1. It would be particularly bad if the scalar returned by undef wasn't read-only. That particular scalar (&PL_sv_undef) is used all over the place. For example, if ++undef didn't fail, it would cause read to start returning true on failure.
      my main point is that things like this

       map { ++$_ } [1,2,3]

      should throw an error, because the mutation of a reference itself doesn't make any sense.

      And I was asking if there is a reason why they don't.

      The whole discussion about "literals" is unfortunately only distracting,

      (though Wikipedia is on my side: Literal (computer programming): "a notation for representing a fixed value in source code" but I don't wanna continue this.

      NB: fixed doesn't mean (compile-time) constant. It means not variable)

      Cheers Rolf
      (addicted to the Perl Programming Language :)
      Wikisyntax for the Monastery

        The whole discussion about "literals" is unfortunately only distracting

        uh, I didn't bring up literals at all. It's an ambiguous word which may or may not include [4,5,6] depending on who you ask. It's useless to talk about literals.

        You asked why it wasn't like "TEST", 42 and undef, and I told you why.

        If you want to ask a different question now, fine.


        map { ++$_ } [1,2,3] should throw an error

        After all the fuss you made about inconsistency when you thought it wasn't consistent, you now want to make it inconsistent?

        No, assigning a number to a scalar that previously contained a reference is odd, but it shouldn't be an error.

Re: Shouldn't references be readonly?
by jcb (Vicar) on Aug 05, 2020 at 01:52 UTC

    The {} and [] operators construct new aggregates each time they are evaluated. Why should those values be readonly? They are not literals.

        Unlike a numeric literal value, [] is compiled into an opcode which calls . . . something (this is where I'm hoping someone more familiar with guts steps in) which returns a new reference value.

        $ perl -MO=Concise,-exec, -E '$a = []; $b = 5' 1 <0> enter v 2 <;> nextstate(main 2 -e:1) v:%,us,{,fea=7 3 <0> pushmark s 4 <@> anonlist sK* 5 <#> gvsv[*a] s 6 <2> sassign vKS/2 7 <;> nextstate(main 2 -e:1) v:%,us,{,fea=7 8 <$> const[IV 5] s 9 <#> gvsv[*b] s a <2> sassign vKS/2 b <@> leave[1 ref] vKP/REFC

        Opcode 4 here is doing something to allocate a new AV* and pushing the SVrv referencing that new arrayref onto the stack which then is assigned into $a. Opcode 8 is pushing the immediate literal value SViv (which is readonly) onto the stack and assigning that into $b.

        Edit: I'm mixing up the layers and perl and C and everything but . . .

        When you have map { $_ = 1 } [] in the underlying runtime what's kind of happening is that something's going:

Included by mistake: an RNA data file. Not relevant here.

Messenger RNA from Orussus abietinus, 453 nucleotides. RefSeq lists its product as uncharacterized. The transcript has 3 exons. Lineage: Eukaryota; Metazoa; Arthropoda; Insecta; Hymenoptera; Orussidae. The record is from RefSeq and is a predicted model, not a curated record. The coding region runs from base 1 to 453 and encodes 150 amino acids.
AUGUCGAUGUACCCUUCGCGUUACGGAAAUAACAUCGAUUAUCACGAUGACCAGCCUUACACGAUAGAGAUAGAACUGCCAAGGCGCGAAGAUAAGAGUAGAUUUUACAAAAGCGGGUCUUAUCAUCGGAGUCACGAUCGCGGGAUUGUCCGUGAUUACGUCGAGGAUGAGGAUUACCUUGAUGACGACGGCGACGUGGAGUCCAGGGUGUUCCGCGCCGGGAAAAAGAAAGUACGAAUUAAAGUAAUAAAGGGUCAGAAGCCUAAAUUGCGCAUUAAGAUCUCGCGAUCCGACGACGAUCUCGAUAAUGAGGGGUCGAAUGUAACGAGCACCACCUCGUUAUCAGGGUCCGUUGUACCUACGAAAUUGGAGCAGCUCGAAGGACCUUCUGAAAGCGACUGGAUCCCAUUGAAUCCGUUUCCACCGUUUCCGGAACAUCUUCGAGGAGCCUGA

my @args; $args[0] = anonlist();

        then when your map EXPR, @args runs, because $_ is aliased to each item in @args something like this happens

        $args[0] = 1;

        The anonymous arrayref went into the temporary array's slot zero when it was initialized; in the map EXPR you're replacing the value in that slot in the array but you're not doing anything to the arrayref which was referenced by the previous value in that same slot. I admit that it's kind of weird that the temporary arglist slots aren't readonly but if they were made readonly then I don't think aliasing like $a = 1;for($a){ $_ = 'foo' } would work so that $a would have 'foo' afterwards (i.e. aliasing of $_ in for to a transient list of arbitrary values).

        Edit 2: while [] is a literal token it doesn't stand for a constant value.

        The cake is a lie.
        The cake is a lie.
        The cake is a lie.

        They're constructors for containers, not values. I'm not sure what the value would be to make [] and {} create singleton immutable containers.

        I am considering "literals" as more like constants embedded in the program, using a constant pool, where changing a value would have bizarre effects, like changing the value of "123456" everywhere in the program. Literal strings in C programs are often combined in this way.

        The {} and [] operators are defined to produce distinct mutable aggregates every time they are evaluated. In this sense, they are not literals.

        I am unsure how this behavior of replacing the reference itself is actually useful, but nor do I see any harm here.

      > The {} and [] operators construct new aggregates each time they are evaluated.

      This might come as a surprise but literals in Perl are always new as you can see by the references.

      DB<66> p \1 SCALAR(0x335c4a0) DB<67> p \1 SCALAR(0x335c6f8) DB<68> p \1 SCALAR(0x335cae8) DB<69>

      I know there are languages where it's always the same (IMHO do Ruby and Lisp have a syntax for this) but this is not what I mean or asked.

      Alas ... few of the respondents here seem to have read the code in the OP and really have a deep grasp of aliases.

      Cheers Rolf
      (addicted to the Perl Programming Language :)
      Wikisyntax for the Monastery

      ) well undef is an exception, but it's debatable if that's a literal or a constant.

      DB<69> p \undef SCALAR(0xfb9098) DB<70> p \undef SCALAR(0xfb9098) DB<71> p \undef SCALAR(0xfb9098) DB<72> p \undef SCALAR(0xfb9098) DB<73> p \"str" SCALAR(0x335d3c0) DB<74> p \"str" SCALAR(0x335d498) DB<75> p \"str" SCALAR(0x335d270)

        That seems to be because a reference to a literal actually constructs a new scalar; note that the examples you gave where an error was thrown at an attempt to modify a read-only value did not involve references, but only aliases to literal values. I suspect that the anonymous scalar you get when you say \1 is probably modifiable. There is no such thing as a literal aggregate in Perl — the {} and [] operators are defined as constructors instead.